The review originally appears in the AJL Newsletter
By David Tesler
Rabbi Daniel Sperber has written a short but lovely book about the relationship between the commandments that are directed between ‘Man and his Neighbors’ (meaning commandments that connect one person to another) and between ‘Man and his Maker’ or ritual commandments. This is a familiar dichotomy within Jewish Law and Rabbi Sperber argues that when there is a tension between the two and it becomes impossible to follow both commandments, there is a requirement to favor and prioritize the interpersonal commandment.
In the first part of the book, Sperber offers 21 examples of this prioritization. The second part relates famous stories of great Rabbis who integrated this concept into their lives. In one moving example, the author tells us about Rabbi Salanter (1810-1883) who ritually washed his hands with what his contemporaries thought to be too little water. When asked why he wasn’t using the proper amount of water, Salanter said that he saw how difficult it was for the maid who was tasked with drawing the water from afar and carrying the heavy load to the house. Rabbi Salanter felt that it was “forbidden for a person to be overly religious at the expense of others.” A similar story is told of a Rabbi who would cut short his long prayers when there were working men present waiting for him to finish so as to avoid negatively impacting their earning potential.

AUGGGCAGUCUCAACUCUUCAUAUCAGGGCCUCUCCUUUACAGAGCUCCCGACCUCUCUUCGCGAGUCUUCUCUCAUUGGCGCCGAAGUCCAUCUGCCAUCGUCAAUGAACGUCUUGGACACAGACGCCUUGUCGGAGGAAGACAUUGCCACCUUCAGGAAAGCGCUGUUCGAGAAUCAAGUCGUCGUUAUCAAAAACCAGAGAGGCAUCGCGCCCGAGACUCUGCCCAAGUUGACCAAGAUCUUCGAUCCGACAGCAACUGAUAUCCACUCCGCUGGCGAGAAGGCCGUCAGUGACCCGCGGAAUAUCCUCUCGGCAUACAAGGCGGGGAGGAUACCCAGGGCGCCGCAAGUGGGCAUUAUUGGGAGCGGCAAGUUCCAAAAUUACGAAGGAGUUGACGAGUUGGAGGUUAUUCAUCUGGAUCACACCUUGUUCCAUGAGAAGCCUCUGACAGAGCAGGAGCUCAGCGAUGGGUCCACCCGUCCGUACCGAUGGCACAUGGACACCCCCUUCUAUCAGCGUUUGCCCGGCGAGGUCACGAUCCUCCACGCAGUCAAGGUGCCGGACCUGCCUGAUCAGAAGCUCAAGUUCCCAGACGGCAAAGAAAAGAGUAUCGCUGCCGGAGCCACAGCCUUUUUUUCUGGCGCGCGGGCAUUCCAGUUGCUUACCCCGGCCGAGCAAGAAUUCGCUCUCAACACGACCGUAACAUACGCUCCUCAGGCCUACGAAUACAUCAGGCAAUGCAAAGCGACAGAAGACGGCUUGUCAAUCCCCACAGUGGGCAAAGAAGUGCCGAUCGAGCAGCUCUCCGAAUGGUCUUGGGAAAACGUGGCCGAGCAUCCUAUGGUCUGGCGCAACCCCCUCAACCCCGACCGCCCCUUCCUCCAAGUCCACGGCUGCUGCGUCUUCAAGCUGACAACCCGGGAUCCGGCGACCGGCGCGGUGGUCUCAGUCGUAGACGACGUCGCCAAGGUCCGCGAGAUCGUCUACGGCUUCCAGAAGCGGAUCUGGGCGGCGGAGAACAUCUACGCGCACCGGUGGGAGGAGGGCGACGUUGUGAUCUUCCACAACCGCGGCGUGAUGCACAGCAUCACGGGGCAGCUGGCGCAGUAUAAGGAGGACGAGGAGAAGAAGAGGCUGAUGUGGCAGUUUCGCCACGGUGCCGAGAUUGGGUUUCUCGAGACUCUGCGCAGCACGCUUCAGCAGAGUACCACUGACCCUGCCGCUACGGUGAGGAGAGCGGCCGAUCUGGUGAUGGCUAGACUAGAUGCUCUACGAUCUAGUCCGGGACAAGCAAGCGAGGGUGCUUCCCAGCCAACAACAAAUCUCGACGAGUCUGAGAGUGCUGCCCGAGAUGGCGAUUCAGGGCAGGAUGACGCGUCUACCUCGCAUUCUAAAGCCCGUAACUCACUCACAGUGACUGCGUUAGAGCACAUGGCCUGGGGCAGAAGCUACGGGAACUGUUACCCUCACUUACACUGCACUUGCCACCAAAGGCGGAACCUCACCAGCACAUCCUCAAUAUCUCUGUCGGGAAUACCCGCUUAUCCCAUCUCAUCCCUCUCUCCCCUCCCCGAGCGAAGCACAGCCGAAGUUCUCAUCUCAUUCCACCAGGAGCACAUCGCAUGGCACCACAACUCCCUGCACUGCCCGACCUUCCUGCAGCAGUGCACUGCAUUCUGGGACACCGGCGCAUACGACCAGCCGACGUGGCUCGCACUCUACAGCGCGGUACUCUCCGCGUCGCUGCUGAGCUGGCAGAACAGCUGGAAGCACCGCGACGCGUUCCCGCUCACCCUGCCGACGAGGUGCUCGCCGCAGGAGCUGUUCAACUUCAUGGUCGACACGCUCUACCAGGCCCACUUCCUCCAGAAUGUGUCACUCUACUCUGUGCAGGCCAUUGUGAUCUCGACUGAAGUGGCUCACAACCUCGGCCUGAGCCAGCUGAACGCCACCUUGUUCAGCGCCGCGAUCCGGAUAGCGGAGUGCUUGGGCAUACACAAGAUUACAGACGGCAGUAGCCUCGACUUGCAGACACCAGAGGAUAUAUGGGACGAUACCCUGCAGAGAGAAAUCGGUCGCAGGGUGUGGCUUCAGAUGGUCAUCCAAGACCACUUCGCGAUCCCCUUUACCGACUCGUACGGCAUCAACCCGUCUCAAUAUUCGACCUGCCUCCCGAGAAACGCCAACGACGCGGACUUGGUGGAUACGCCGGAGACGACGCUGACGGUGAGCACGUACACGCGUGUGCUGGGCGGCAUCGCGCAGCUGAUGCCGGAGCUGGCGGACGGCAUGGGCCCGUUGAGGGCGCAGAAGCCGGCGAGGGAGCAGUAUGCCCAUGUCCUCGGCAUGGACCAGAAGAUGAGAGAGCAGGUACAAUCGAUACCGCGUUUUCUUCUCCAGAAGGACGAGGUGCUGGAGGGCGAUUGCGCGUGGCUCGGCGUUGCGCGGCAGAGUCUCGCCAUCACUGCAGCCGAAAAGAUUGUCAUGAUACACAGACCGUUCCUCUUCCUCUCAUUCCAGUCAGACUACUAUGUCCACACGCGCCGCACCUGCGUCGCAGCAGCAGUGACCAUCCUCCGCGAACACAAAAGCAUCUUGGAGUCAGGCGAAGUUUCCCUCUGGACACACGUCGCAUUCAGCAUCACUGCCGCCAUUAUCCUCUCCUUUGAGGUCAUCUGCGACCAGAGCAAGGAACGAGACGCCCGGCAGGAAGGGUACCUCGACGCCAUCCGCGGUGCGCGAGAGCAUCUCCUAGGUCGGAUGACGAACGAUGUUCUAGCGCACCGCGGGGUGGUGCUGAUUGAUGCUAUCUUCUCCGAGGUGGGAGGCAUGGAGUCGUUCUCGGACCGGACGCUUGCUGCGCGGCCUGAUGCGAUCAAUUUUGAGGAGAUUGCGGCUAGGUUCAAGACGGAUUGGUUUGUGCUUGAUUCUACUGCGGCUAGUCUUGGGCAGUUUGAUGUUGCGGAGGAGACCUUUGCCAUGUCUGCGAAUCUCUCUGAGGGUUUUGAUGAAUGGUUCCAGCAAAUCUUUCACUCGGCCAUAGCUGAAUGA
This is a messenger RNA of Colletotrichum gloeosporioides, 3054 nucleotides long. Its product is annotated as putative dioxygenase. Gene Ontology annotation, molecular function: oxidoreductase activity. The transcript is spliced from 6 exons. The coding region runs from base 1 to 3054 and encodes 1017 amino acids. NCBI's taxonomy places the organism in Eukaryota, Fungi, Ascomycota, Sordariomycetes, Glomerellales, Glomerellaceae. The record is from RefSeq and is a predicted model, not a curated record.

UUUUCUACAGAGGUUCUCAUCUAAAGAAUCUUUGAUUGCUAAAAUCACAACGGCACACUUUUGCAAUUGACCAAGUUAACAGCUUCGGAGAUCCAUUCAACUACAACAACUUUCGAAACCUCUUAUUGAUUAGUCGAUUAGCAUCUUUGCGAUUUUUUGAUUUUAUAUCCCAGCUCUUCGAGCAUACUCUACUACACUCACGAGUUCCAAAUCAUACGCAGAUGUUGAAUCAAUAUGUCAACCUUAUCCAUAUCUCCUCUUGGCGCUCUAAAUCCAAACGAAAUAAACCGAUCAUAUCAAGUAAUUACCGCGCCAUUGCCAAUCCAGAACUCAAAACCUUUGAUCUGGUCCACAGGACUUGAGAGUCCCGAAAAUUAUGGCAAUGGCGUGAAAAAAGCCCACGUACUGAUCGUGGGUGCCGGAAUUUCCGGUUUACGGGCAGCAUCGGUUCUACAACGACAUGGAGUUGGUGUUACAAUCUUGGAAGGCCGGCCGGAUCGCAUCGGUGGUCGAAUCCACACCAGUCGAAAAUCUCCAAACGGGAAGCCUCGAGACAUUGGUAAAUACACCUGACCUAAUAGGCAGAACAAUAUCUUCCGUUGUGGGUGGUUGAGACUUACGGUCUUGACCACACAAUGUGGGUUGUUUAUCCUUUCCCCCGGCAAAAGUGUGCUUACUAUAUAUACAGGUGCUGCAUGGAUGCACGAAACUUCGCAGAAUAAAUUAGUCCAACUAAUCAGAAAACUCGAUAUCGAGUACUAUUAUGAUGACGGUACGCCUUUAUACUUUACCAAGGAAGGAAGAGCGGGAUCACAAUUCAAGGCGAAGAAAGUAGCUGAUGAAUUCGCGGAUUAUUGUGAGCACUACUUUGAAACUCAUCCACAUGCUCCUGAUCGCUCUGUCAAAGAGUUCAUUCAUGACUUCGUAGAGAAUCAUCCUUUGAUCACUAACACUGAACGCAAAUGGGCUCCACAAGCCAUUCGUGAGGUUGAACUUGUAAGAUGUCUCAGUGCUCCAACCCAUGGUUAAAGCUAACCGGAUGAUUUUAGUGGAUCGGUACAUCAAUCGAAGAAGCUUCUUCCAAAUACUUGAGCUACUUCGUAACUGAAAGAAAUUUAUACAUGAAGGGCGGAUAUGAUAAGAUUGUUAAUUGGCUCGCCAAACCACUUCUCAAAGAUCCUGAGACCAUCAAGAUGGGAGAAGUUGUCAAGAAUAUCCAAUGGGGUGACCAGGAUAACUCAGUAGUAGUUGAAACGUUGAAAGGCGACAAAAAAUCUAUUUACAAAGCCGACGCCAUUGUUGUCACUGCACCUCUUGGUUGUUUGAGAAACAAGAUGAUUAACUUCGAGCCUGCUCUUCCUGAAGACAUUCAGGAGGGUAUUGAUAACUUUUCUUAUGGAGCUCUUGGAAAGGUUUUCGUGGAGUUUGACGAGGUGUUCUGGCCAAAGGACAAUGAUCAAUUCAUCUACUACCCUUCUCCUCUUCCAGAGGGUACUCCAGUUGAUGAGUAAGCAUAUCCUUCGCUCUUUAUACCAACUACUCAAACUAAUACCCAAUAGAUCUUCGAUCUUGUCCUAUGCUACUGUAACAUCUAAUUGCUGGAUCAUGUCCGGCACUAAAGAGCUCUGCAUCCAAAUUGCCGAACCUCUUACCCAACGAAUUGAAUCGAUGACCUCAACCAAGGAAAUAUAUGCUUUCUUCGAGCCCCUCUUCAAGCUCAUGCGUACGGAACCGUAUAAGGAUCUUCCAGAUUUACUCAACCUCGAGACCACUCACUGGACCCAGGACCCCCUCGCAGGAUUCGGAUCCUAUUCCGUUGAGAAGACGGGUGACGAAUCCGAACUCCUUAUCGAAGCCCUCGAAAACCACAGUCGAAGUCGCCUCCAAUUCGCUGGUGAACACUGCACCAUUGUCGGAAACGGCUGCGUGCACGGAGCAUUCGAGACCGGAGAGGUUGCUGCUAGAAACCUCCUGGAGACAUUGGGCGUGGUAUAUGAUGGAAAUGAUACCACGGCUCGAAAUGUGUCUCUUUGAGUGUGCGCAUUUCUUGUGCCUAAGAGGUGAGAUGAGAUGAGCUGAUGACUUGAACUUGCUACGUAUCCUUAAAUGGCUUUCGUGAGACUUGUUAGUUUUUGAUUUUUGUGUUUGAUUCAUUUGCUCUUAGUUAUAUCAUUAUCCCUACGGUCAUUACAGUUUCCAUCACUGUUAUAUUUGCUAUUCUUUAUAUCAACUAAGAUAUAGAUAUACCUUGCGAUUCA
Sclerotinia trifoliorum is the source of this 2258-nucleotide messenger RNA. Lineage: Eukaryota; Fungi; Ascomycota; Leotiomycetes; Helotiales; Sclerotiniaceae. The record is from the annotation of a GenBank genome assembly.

This review originally appears in the AJL Newsletter
The first one came out red with a full coat of hair, and they called him Eisav. Afterwards, his brother came out clutching the heel of Eisav,and he was called Yaakov. Yitzchak was sixty years old when they were born.
When parents have the privilege to name a child there is much contemplation and consideration prior to the decision. The name of a person captures one’s essence and depth and therefore requires wisdom and deliberation. The Midrash explains that even the Angels were unable to name the animals and man. Adam Harishon, with insight and intelligence, was able to name the animals, himself and even Hashem. Naming is a talent gifted to man together with the help of divine influence from above. Many times when asking Tzaddikim for advice concerning my own children, I was told to make sure to call my children by their complete name. The name of a person captures one’s strengths and character traits and by hearing it reminds a person of one’s abilities.